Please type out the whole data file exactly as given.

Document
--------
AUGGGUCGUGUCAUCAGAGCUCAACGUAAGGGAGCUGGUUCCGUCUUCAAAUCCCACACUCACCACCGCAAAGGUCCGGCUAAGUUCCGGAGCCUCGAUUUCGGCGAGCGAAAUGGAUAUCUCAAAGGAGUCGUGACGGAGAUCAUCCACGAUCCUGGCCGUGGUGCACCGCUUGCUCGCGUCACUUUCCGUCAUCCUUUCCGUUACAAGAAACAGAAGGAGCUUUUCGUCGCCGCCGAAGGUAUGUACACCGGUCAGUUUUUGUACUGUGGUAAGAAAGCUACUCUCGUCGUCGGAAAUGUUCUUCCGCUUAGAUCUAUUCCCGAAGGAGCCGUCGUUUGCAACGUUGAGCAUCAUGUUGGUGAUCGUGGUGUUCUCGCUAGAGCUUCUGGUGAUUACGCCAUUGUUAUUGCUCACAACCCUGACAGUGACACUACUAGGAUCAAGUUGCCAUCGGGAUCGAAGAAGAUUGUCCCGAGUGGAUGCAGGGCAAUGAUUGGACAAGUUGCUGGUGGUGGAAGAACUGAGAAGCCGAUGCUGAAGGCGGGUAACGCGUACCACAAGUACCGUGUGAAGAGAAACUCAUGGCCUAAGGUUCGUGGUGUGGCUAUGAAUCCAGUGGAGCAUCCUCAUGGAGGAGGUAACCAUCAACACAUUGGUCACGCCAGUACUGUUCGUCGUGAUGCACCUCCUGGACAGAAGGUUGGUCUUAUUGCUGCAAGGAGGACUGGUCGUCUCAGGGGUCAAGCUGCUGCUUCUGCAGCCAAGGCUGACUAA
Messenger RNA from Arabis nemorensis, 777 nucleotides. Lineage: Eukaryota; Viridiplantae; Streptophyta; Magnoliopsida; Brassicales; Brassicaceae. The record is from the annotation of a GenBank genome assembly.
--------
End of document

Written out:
AUGGGUCGUGUCAUCAGAGCUCAACGUAAGGGAGCUGGUUCCGUCUUCAAAUCCCACACUCACCACCGCAAAGGUCCGGCUAAGUUCCGGAGCCUCGAUUUCGGCGAGCGAAAUGGAUAUCUCAAAGGAGUCGUGACGGAGAUCAUCCACGAUCCUGGCCGUGGUGCACCGCUUGCUCGCGUCACUUUCCGUCAUCCUUUCCGUUACAAGAAACAGAAGGAGCUUUUCGUCGCCGCCGAAGGUAUGUACACCGGUCAGUUUUUGUACUGUGGUAAGAAAGCUACUCUCGUCGUCGGAAAUGUUCUUCCGCUUAGAUCUAUUCCCGAAGGAGCCGUCGUUUGCAACGUUGAGCAUCAUGUUGGUGAUCGUGGUGUUCUCGCUAGAGCUUCUGGUGAUUACGCCAUUGUUAUUGCUCACAACCCUGACAGUGACACUACUAGGAUCAAGUUGCCAUCGGGAUCGAAGAAGAUUGUCCCGAGUGGAUGCAGGGCAAUGAUUGGACAAGUUGCUGGUGGUGGAAGAACUGAGAAGCCGAUGCUGAAGGCGGGUAACGCGUACCACAAGUACCGUGUGAAGAGAAACUCAUGGCCUAAGGUUCGUGGUGUGGCUAUGAAUCCAGUGGAGCAUCCUCAUGGAGGAGGUAACCAUCAACACAUUGGUCACGCCAGUACUGUUCGUCGUGAUGCACCUCCUGGACAGAAGGUUGGUCUUAUUGCUGCAAGGAGGACUGGUCGUCUCAGGGGUCAAGCUGCUGCUUCUGCAGCCAAGGCUGACUAA
Messenger RNA from Arabis nemorensis, 777 nucleotides. Lineage: Eukaryota; Viridiplantae; Streptophyta; Magnoliopsida; Brassicales; Brassicaceae. The record is from the annotation of a GenBank genome assembly.